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Jose Campos undergoes Tommy John surgery

Right-hander Jose Campos underwent Tommy John surgery yesterday, the Yankees announced. He was said to be out with elbow inflammation, but obviously it was more serious than that. Campos is on the 40-man roster, so his spot will essentially be unusable like Manny Banuelos‘ last year.

Campos, 21, had a 3.41 ERA (3.11 FIP) in 87 closely-monitored innings for Low-A Charleston last season. He missed most of 2012 with a fracture in his elbow. Campos barely pitched in Spring Training and the Yankees were said to be taking it slow with him early this year, but I have to think the elbow’s been an issue for a few weeks now. You don’t just wake up one day and have Tommy John surgery. Oh well, see you next year, Jose.

GIFs: Jose Campos’ Spring Debut


Right-hander Jose Campos, the Yankees’ 15th best prospect, made his spring debut against the Tigers on Wednesday afternoon after being brought along slowly earlier in camp. The 21-year-old pitched around a leadoff double in his inning of work, striking out one and getting both a ground ball out and a fly out.

By my unofficial count, Campos threw eight of his 15 pitches were strikes. His fastball sat anywhere from 89-93 mph on the YES Network gun and he only threw a handful of sliders and changeups. I’d say fewer than five non-fastballs total. It was a short look but Campos was solid. Better than Manny Banuelos in his spring debut, that’s for sure.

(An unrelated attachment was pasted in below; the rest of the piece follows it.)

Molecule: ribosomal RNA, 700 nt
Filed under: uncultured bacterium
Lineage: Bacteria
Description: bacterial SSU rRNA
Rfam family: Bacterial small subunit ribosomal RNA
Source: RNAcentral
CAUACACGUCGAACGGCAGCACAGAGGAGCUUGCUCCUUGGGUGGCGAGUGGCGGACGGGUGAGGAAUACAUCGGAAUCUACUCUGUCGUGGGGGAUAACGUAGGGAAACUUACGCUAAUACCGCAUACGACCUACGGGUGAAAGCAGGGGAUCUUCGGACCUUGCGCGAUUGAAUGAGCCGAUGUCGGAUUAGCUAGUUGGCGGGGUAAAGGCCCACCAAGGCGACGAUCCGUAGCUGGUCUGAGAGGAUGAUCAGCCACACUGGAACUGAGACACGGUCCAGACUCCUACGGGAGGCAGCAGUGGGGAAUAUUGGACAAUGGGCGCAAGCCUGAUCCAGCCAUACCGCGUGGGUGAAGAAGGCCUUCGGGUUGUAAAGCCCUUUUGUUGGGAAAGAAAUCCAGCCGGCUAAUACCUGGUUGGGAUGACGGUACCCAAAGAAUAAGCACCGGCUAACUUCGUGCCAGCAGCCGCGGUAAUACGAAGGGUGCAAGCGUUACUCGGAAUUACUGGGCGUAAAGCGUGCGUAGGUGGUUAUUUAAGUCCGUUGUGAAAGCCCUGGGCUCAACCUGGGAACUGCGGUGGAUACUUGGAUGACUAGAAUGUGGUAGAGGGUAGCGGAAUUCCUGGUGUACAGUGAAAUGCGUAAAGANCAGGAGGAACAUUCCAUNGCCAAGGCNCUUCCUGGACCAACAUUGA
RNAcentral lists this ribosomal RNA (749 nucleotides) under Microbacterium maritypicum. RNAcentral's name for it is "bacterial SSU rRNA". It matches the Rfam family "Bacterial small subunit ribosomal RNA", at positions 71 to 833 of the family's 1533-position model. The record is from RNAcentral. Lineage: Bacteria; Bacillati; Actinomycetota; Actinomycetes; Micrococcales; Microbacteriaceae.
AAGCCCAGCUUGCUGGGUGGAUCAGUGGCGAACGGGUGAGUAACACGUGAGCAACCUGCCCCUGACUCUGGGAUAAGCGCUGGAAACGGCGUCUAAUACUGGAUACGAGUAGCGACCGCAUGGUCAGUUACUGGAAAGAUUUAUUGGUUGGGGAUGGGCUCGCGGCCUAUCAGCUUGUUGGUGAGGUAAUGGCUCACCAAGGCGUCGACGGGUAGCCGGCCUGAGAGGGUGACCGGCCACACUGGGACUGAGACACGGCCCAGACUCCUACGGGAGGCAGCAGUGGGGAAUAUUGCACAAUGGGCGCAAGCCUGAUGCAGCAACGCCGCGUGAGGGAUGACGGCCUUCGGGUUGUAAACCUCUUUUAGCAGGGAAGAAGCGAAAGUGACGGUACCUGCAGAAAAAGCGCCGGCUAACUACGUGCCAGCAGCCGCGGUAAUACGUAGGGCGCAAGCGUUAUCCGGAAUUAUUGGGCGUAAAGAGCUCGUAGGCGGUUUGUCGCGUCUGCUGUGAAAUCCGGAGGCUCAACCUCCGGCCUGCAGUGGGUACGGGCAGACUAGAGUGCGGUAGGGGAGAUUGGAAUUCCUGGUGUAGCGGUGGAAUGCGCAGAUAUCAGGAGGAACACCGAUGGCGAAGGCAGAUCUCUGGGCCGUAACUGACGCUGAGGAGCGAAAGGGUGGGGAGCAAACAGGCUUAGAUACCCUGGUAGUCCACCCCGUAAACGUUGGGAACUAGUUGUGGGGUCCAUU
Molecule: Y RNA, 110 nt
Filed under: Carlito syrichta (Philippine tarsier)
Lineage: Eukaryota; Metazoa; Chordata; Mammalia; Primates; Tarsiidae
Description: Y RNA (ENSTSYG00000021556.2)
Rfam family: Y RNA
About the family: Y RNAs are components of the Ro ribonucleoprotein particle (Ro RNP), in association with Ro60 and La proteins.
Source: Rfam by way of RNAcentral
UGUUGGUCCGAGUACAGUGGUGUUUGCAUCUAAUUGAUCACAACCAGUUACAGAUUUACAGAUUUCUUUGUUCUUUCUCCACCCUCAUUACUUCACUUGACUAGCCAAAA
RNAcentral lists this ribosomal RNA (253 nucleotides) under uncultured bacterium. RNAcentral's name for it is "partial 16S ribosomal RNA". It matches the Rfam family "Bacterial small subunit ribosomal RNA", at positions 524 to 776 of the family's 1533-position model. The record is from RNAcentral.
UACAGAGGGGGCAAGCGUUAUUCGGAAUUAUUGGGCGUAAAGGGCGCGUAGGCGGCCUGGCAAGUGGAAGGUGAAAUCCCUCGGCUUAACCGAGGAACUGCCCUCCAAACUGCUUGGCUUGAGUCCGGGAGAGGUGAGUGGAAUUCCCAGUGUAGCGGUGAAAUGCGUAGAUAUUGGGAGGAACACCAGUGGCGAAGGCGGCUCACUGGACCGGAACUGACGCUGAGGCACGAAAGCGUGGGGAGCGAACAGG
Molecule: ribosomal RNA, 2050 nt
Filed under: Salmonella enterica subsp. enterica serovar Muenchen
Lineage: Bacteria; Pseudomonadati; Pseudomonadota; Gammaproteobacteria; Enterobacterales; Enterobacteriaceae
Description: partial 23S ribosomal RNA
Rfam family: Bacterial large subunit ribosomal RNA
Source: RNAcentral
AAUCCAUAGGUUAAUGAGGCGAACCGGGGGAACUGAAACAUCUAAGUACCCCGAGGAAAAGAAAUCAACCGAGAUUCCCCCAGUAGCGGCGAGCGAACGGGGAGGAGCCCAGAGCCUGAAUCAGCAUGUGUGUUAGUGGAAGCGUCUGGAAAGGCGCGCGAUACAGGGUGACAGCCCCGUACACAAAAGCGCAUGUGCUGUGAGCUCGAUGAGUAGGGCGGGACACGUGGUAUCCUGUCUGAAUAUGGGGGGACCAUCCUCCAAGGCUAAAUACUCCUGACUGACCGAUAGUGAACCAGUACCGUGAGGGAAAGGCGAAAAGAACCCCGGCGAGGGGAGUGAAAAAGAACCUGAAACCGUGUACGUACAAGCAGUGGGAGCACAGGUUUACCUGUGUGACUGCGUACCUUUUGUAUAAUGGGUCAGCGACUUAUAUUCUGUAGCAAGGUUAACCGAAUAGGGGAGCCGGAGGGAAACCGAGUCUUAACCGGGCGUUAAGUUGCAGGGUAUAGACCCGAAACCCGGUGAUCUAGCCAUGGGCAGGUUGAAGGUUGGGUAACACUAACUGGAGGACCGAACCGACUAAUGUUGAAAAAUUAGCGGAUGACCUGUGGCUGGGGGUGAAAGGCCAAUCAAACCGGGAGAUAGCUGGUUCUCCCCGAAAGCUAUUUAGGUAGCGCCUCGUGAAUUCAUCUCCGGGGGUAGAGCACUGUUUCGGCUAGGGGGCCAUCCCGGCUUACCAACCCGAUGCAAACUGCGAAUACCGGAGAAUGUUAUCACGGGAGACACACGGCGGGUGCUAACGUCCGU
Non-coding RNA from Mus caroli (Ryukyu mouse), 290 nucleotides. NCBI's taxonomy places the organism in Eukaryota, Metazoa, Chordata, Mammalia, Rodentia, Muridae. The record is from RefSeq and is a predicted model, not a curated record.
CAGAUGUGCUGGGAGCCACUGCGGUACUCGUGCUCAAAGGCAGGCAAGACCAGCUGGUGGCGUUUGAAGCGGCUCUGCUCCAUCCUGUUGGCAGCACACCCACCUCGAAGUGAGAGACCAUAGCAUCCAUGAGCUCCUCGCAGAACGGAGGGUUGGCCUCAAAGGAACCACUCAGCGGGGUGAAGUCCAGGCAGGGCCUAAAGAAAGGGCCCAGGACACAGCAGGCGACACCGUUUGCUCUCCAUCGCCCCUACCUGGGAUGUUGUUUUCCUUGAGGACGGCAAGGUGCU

This wasn’t the most GIF-able outing, but there are two more after the jump if you’re interested. You have to mouse over each GIF to get it to animate now, as you can see. If that isn’t working for whatever reason (new feature, working out the bugs, etc.), here are each of the three GIFs: one, two, three.

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Yankees acquire utility man Dean Anna from Padres; add six to 40-man roster

Anna. (Arizona Daily Star)
Anna. (Arizona Daily Star)

The Yankees have announced a series of roster moves. First, they have acquired IF Dean Anna from the Padres for Single-A reliever RHP Ben Paullus. Second, IF Corban Joseph has been outrighted off the 40-man roster. Third, they have added Anna, C Gary Sanchez, OF Slade Heathcott, RHP Jose Campos, RHP Bryan Mitchell, and RHP Shane Greene to the 40-man roster. Midnight tonight was the deadline to set the roster for next month’s Rule 5 Draft and all six players were eligible. There is still one open spot on the 40-man roster.

Anna, 26, hit .331/.410/.482 (140 wRC+) with nine homers and three stolen bases in 582 plate appearances for San Diego’s Triple-A affiliate this past season. He’s a left-handed batter with little power (.138 ISO in 1,339 plate appearances between Double and Triple-A) but a good idea of the strike zone (12.5% walks) and good bat control (11.9% strikeouts). Anna has a ton of experience at the two middle infield positions while also dabbling at third and in the outfield corners. I’m guessing the Padres didn’t have a 40-man roster spot for him and wanted to turn him into something rather than lose him for nothing in the Rule 5 Draft. Nifty little pickup for the Yankees, nice extra guy to have.

We heard Greene and Mitchell would be protected from the 40-man roster a few days ago. Sanchez and Heathcott were no-brainers but Campos was on the bubble as a 21-year-old who has never pitched above Low Class-A. He now has three years before running out of minor league options and having to stick in the big leagues for good. Joseph missed most of this season due to shoulder surgery and is really just a spare part for New York. He can hit a little but he doesn’t really have a position — he doesn’t have the range for second base or the arm for third. Not a surprise he cleared waivers.